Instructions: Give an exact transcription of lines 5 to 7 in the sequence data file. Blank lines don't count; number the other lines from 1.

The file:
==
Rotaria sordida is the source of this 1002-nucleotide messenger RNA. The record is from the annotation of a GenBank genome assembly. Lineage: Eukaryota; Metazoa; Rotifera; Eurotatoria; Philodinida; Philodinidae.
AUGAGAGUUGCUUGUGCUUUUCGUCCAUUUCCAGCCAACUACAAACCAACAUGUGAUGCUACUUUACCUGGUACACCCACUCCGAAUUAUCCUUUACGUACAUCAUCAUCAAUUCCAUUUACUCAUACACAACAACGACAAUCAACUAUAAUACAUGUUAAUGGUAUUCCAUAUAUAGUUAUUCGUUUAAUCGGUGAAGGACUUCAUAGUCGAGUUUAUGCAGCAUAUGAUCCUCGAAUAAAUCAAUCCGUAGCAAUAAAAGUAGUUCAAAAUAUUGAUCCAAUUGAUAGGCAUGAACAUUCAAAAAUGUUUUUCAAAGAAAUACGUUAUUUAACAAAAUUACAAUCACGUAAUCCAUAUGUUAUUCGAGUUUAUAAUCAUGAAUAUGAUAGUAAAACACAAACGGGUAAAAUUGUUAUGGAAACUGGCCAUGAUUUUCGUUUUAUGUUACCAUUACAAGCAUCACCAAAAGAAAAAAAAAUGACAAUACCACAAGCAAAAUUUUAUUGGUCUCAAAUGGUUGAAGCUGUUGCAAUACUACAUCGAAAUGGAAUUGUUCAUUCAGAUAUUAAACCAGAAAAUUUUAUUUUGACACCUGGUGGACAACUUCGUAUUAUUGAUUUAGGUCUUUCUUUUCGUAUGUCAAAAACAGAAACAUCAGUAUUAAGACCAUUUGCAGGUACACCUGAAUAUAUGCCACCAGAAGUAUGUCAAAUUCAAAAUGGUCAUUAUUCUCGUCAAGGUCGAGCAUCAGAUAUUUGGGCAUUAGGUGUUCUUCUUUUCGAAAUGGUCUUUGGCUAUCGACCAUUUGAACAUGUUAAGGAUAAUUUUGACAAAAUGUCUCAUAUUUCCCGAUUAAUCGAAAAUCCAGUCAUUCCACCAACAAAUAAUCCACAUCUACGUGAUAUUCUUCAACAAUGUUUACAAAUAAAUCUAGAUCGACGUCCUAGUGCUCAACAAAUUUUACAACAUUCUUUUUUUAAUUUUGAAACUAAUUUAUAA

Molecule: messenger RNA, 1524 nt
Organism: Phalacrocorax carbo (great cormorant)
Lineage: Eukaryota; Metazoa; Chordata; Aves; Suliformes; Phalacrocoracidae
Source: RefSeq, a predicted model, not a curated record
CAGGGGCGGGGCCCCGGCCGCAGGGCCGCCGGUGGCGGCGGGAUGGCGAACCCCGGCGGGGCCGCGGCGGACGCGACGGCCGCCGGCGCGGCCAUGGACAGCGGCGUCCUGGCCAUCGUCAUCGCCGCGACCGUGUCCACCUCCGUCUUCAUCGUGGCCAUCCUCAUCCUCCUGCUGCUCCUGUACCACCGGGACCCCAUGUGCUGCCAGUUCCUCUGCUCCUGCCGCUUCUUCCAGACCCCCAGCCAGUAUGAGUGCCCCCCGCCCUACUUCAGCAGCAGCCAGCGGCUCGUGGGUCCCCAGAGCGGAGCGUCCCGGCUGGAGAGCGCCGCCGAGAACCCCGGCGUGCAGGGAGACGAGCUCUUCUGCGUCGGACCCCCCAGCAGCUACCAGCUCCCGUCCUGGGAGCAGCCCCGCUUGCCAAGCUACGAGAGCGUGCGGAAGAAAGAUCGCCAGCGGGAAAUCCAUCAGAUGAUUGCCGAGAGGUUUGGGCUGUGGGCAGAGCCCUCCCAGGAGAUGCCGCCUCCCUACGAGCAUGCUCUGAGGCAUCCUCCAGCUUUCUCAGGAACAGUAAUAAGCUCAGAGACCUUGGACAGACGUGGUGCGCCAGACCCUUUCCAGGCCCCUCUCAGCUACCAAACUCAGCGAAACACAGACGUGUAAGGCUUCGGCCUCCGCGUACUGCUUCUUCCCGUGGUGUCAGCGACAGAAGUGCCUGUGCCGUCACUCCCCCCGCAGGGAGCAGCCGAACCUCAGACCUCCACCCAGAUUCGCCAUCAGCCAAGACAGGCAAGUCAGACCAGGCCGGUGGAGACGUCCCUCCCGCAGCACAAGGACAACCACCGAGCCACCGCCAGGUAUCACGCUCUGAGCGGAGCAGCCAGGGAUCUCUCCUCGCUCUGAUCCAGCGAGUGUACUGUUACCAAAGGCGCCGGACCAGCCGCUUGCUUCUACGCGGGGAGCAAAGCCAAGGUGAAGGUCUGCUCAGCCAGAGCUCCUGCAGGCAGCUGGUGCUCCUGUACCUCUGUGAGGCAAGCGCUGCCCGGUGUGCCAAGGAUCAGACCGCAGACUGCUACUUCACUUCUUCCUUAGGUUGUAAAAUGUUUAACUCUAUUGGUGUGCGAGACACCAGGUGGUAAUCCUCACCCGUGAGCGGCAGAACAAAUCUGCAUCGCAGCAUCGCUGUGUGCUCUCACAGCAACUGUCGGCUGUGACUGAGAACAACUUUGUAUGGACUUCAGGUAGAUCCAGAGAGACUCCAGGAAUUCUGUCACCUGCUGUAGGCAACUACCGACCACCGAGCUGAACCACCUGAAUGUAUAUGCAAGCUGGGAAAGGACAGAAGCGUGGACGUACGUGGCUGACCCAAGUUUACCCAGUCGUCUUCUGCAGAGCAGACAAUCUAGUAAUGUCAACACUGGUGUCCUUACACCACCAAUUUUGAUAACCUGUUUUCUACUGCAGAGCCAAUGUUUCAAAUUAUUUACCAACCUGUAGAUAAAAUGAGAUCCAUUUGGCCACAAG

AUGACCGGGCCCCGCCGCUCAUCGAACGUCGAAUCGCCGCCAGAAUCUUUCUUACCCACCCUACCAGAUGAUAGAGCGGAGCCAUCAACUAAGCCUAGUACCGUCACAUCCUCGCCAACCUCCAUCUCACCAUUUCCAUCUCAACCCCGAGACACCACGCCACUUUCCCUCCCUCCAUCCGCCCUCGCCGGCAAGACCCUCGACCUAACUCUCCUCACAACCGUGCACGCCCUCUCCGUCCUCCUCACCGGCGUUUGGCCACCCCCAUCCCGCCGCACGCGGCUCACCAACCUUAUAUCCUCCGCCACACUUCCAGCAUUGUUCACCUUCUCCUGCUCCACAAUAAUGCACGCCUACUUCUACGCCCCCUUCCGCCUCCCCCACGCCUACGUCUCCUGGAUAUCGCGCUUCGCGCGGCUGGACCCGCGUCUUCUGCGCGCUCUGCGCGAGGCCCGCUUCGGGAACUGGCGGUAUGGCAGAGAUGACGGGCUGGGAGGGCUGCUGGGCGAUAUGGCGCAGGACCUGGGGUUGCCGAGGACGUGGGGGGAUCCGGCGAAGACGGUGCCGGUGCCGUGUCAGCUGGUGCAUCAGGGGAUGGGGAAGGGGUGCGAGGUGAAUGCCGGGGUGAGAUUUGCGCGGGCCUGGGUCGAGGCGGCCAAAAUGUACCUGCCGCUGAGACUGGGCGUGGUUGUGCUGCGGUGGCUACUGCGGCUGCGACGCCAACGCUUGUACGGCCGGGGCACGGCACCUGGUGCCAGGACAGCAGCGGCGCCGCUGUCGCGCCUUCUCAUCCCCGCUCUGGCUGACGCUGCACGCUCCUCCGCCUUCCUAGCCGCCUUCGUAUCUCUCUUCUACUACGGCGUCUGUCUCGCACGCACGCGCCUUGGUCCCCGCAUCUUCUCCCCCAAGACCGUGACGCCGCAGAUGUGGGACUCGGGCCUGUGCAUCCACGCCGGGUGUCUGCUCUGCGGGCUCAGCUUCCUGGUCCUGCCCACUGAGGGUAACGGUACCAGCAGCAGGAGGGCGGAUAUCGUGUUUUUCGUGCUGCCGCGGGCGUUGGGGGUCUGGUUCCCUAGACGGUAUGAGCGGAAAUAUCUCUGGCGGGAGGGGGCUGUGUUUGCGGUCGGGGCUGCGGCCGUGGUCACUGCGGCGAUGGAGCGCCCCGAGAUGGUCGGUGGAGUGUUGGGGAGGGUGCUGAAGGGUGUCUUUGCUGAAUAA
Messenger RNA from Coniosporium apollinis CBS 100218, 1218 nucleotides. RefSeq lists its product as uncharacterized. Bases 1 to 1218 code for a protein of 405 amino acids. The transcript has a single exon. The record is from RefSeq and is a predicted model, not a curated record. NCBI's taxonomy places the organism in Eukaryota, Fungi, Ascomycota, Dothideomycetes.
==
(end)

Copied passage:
Lineage: Eukaryota; Metazoa; Chordata; Aves; Suliformes; Phalacrocoracidae
Source: RefSeq, a predicted model, not a curated record
CAGGGGCGGGGCCCCGGCCGCAGGGCCGCCGGUGGCGGCGGGAUGGCGAACCCCGGCGGGGCCGCGGCGGACGCGACGGCCGCCGGCGCGGCCAUGGACAGCGGCGUCCUGGCCAUCGUCAUCGCCGCGACCGUGUCCACCUCCGUCUUCAUCGUGGCCAUCCUCAUCCUCCUGCUGCUCCUGUACCACCGGGACCCCAUGUGCUGCCAGUUCCUCUGCUCCUGCCGCUUCUUCCAGACCCCCAGCCAGUAUGAGUGCCCCCCGCCCUACUUCAGCAGCAGCCAGCGGCUCGUGGGUCCCCAGAGCGGAGCGUCCCGGCUGGAGAGCGCCGCCGAGAACCCCGGCGUGCAGGGAGACGAGCUCUUCUGCGUCGGACCCCCCAGCAGCUACCAGCUCCCGUCCUGGGAGCAGCCCCGCUUGCCAAGCUACGAGAGCGUGCGGAAGAAAGAUCGCCAGCGGGAAAUCCAUCAGAUGAUUGCCGAGAGGUUUGGGCUGUGGGCAGAGCCCUCCCAGGAGAUGCCGCCUCCCUACGAGCAUGCUCUGAGGCAUCCUCCAGCUUUCUCAGGAACAGUAAUAAGCUCAGAGACCUUGGACAGACGUGGUGCGCCAGACCCUUUCCAGGCCCCUCUCAGCUACCAAACUCAGCGAAACACAGACGUGUAAGGCUUCGGCCUCCGCGUACUGCUUCUUCCCGUGGUGUCAGCGACAGAAGUGCCUGUGCCGUCACUCCCCCCGCAGGGAGCAGCCGAACCUCAGACCUCCACCCAGAUUCGCCAUCAGCCAAGACAGGCAAGUCAGACCAGGCCGGUGGAGACGUCCCUCCCGCAGCACAAGGACAACCACCGAGCCACCGCCAGGUAUCACGCUCUGAGCGGAGCAGCCAGGGAUCUCUCCUCGCUCUGAUCCAGCGAGUGUACUGUUACCAAAGGCGCCGGACCAGCCGCUUGCUUCUACGCGGGGAGCAAAGCCAAGGUGAAGGUCUGCUCAGCCAGAGCUCCUGCAGGCAGCUGGUGCUCCUGUACCUCUGUGAGGCAAGCGCUGCCCGGUGUGCCAAGGAUCAGACCGCAGACUGCUACUUCACUUCUUCCUUAGGUUGUAAAAUGUUUAACUCUAUUGGUGUGCGAGACACCAGGUGGUAAUCCUCACCCGUGAGCGGCAGAACAAAUCUGCAUCGCAGCAUCGCUGUGUGCUCUCACAGCAACUGUCGGCUGUGACUGAGAACAACUUUGUAUGGACUUCAGGUAGAUCCAGAGAGACUCCAGGAAUUCUGUCACCUGCUGUAGGCAACUACCGACCACCGAGCUGAACCACCUGAAUGUAUAUGCAAGCUGGGAAAGGACAGAAGCGUGGACGUACGUGGCUGACCCAAGUUUACCCAGUCGUCUUCUGCAGAGCAGACAAUCUAGUAAUGUCAACACUGGUGUCCUUACACCACCAAUUUUGAUAACCUGUUUUCUACUGCAGAGCCAAUGUUUCAAAUUAUUUACCAACCUGUAGAUAAAAUGAGAUCCAUUUGGCCACAAG